Monday, 15 August 2022
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Weymouth kennel owner faces criminal charge in dog’s death

WEYMOUTH — A veterinarian has determined that a 4-year-old white Siberian husky died from overheating and dehydration at K-9 Daycare, prompting the police department to seek felony animal cruelty charges against the kennel’s owner.

Officials say the dog was kept overnight in a crate that was four times too small.

K-9 Daycare owner Katherine Smith of Hanover and her attorney George Boerger went before town officials on Thursday to appeal the town’s suspension of the facility’s license following the death of Luna, the Siberian husky, in a crate on May 29.

Officials said the kennel failed to provide water and a proper crate and failed to produce records.

Town Clerk Kathleen Deree, Director of Public Health Daniel McCormack and Police Chief Richard Grimes unanimously voted to continue the suspension until the criminal case against Smith is resolved.

Weymouth Police Animal Control Officer Michael Parker, Grimes and McCormack suspended K-9 Daycare’s license on June 4 after receiving the initial necropsy report from veterinarian Martha Smith-Blackmore. Thursday’s hearing marked the first time that officials made the necropsy report public.

Smith-Blackmore is the founder and president of Forensic Veterinary Investigations LLC and teaches at the Cummings School of Veterinary Medicine at Tufts University.

Based on the report, Town Solicitor Joseph Callanan said K-9 staff kept Luna in a crate that was far too small, causing extreme heat exposure and ultimately hyperthermia and respiratory failure.

Callanan said Luna couldn’t turn around, stand up, sit up or straighten her legs, and she was stuck in a fetal position with no water. He showed a photograph of Luna with what he described as indentation from the grates of the crate on her face.

The crate is intended for transporting dogs, not for boarding them, Callanan said.

“(The crate) should have been four times bigger,” he said. “The size of crate led to her death. It wouldn’t be permitted for air travel of any distance, never mind for 12 hours, four nights in a row.”

Smith-Blackmore found that Luna measured 41 inches long from her snout to the base of her tail, while the crate measured just 26½ inches in length, which would force her to sleep in an unnatural fetal position.

Smith-Blackmore said Luna measured 22 inches tall at her shoulders, yet the entrance into the crate measured 20 inches in height, meaning Luna would have to duck her head and crouch just to get into the crate. The inside of the crate measured 21½ inches tall.

“Luna’s body was touching all four sides of the crate … and she was unable to pant due to close confinement,” Callanan said.

The crate Luna slept in was meant for dogs 20 to 30 pounds, according to the manufacturer. Luna weighed 61 pounds, Callanan said.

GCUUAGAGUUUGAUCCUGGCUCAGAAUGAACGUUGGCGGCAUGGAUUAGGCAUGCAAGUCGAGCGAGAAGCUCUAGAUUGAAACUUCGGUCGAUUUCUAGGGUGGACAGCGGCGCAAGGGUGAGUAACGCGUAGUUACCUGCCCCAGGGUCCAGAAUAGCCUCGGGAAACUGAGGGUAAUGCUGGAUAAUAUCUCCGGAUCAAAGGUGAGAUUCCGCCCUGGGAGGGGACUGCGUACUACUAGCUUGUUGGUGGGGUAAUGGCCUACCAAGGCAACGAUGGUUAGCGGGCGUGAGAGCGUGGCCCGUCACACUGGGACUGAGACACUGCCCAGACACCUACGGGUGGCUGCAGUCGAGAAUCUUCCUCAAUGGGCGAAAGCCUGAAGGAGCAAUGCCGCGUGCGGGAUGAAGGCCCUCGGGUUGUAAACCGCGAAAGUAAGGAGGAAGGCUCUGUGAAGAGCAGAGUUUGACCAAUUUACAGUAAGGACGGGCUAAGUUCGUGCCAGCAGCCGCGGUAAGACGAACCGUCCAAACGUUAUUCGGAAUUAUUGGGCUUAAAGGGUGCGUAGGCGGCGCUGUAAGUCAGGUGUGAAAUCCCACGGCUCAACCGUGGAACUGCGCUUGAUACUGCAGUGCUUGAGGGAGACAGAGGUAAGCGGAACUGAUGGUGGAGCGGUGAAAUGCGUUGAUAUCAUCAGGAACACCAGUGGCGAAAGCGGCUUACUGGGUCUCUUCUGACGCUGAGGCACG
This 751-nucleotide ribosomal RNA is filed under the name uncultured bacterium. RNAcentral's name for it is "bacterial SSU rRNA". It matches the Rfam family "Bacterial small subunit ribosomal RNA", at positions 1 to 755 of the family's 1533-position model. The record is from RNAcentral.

Smith-Blackmore determined in her report that keeping Luna in that cage was cruel and “it caused considerable suffering before her loss of consciousness.”

The findings prompted Weymouth police to file a criminal complaint against Smith, the owner of K-9 Daycare, on a charge of animal cruelty. She is due to be arraigned in Quincy District Court later this month.

Smith and her attorney, Boerger, said Smith-Blackmore, the veterinarian, measured Luna incorrectly, and that the dog was able to walk in, sit up and lie down in the crate. She pointed to photographs from Smith-Blackmore’s necropsy of Luna and said the dog measured closer to 21 inches tall at the shoulders, rather than 22 inches. Smith said Luna was actually closer to 36 inches long, rather than 41 inches.

Smith said Luna suffered from separation anxiety and showed aggression toward other dogs, so keeping her in a smaller crate helped. She showed a video of her own dog, which she said is about the same size as Luna, going into the crate and turning around comfortably.

“That crate was the safest crate for her to be in, and the most secure,” Smith said. “She walked into the crate on her own.”

Boerger called Angela Krim, an employee of K-9 Daycare who found Luna dead, to testify, as well as Paige Pongratz, a veterinarian at Court Street Animal Hospital in Plymouth. Pongratz said it’s possible that Luna died from heat stroke, but she didn’t see any evidence in the photographs that Luna struggled to get out of the crate.

“It makes me wonder whether there was something else going on that made her have difficulty breathing,” she said.

Pongratz also questioned Smith-Blackmore’s measurements based on the photographs she saw, but agreed the crate was too small if the necropsy measurements are correct. Otherwise, Pongratz said the crate appeared adequate for overnight boarding.

Parker, the town’s animal control officer, said Smith-Blackmore stands by her measurements.

Luna’s owner, Julia Nguyen of Stoughton, was unavailable for comment.


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